Jump to ContentJump to Main Navigation
The Women's FightThe Civil War's Battles for Home, Freedom, and Nation$
Users without a subscription are not able to see the full content.

Thavolia Glymph

Print publication date: 2020

Print ISBN-13: 9781469653631

Published to North Carolina Scholarship Online: January 2022

DOI: 10.5149/northcarolina/9781469653631.001.0001

Show Summary Details
Page of

PRINTED FROM UNIVERSITY OF NORTH CAROLINA PRESS SCHOLARSHIP ONLINE (www.northcarolina.universitypressscholarship.com). (c) Copyright University of North Carolina Press, 2022. All Rights Reserved. An individual user may print out a PDF of a single chapter of a monograph in NCSO for personal use.date: 04 July 2022

Black Women Refugees

Black Women Refugees

Making Freedom in Union Lines

Chapter:
(p.221) Chapter Seven Black Women Refugees
Source:
The Women's Fight
Author(s):

Thavolia Glymph

Publisher:
University of North Carolina Press
DOI:10.5149/northcarolina/9781469653631.003.0008

Enslaved women acted on the belief that the war was about slavery and that their freedom was in the balance. They persisted in their efforts to build communities that stood as sites of resistance against both Confederate attack and Union policies that discouraged their search for and experience of freedom. Long before the Emancipation Proclamation, enslaved women put emancipation on the nation’s wartime agenda by making their own “actual freedom.” The path to “actual freedom” was deeply gendered due to the policies and orders coming from the Union Army and U.S. Congress that stipulated the gendered terms that circumscribed black women’s freedom. These policies sent enslaved women on a path to freedom distinct from that of enslaved men. Enslaved women experienced a gendered “actual freedom” in refugee camps, through their labor, and through violence.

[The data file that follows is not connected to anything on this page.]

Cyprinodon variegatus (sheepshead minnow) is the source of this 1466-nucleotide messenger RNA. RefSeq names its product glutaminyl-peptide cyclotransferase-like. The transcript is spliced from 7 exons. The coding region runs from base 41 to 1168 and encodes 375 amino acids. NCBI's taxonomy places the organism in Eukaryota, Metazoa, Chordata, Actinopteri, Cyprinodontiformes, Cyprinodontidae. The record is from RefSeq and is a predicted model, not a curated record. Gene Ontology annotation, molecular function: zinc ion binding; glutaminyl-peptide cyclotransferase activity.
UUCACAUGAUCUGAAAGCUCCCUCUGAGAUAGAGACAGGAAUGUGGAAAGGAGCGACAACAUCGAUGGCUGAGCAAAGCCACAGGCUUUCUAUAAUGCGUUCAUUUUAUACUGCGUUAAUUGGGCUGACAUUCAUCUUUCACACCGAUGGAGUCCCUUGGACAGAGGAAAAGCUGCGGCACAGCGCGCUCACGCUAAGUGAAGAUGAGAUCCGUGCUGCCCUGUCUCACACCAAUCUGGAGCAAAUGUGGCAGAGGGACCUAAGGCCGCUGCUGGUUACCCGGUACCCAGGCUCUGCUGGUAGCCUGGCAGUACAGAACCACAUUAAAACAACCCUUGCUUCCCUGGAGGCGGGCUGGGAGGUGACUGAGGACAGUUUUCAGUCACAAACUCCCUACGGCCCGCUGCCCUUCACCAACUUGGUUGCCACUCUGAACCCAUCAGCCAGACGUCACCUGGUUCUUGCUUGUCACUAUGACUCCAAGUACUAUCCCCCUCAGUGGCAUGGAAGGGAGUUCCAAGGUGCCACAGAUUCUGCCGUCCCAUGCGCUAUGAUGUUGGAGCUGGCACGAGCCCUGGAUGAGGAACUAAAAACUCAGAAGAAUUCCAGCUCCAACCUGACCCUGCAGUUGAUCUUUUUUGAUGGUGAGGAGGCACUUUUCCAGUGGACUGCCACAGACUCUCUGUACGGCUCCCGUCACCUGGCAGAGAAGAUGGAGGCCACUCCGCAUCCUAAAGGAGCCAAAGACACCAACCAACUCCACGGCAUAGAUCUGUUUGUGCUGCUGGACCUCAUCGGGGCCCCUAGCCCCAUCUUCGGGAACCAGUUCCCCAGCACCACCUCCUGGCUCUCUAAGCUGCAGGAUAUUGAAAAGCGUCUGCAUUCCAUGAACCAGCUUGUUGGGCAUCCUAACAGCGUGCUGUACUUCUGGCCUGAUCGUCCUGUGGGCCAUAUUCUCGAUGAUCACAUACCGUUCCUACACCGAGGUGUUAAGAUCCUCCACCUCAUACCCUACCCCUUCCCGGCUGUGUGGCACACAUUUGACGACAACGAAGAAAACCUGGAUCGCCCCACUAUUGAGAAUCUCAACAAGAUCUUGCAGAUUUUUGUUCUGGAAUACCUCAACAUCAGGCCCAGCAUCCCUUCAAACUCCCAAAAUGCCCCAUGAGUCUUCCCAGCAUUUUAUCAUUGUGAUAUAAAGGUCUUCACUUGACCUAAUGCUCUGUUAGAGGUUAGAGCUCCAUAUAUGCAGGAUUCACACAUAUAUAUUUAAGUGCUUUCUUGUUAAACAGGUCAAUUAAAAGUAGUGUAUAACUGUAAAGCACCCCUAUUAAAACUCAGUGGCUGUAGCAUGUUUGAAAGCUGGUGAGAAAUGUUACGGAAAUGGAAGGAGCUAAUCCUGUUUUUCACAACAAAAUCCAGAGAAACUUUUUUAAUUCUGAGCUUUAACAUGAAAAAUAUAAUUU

Keywords:   Enslaved women, Black women, Emancipation, Gender, Refugee camps, Labor, Violence, “Actual Freedom”, Resistance, Freedom

North Carolina Scholarship Online requires a subscription or purchase to access the full text of books within the service. Public users can however freely search the site and view the abstracts and keywords for each book and chapter.

Please, subscribe or login to access full text content.

If you think you should have access to this title, please contact your librarian.

To troubleshoot, please check our FAQs , and if you can't find the answer there, please contact us .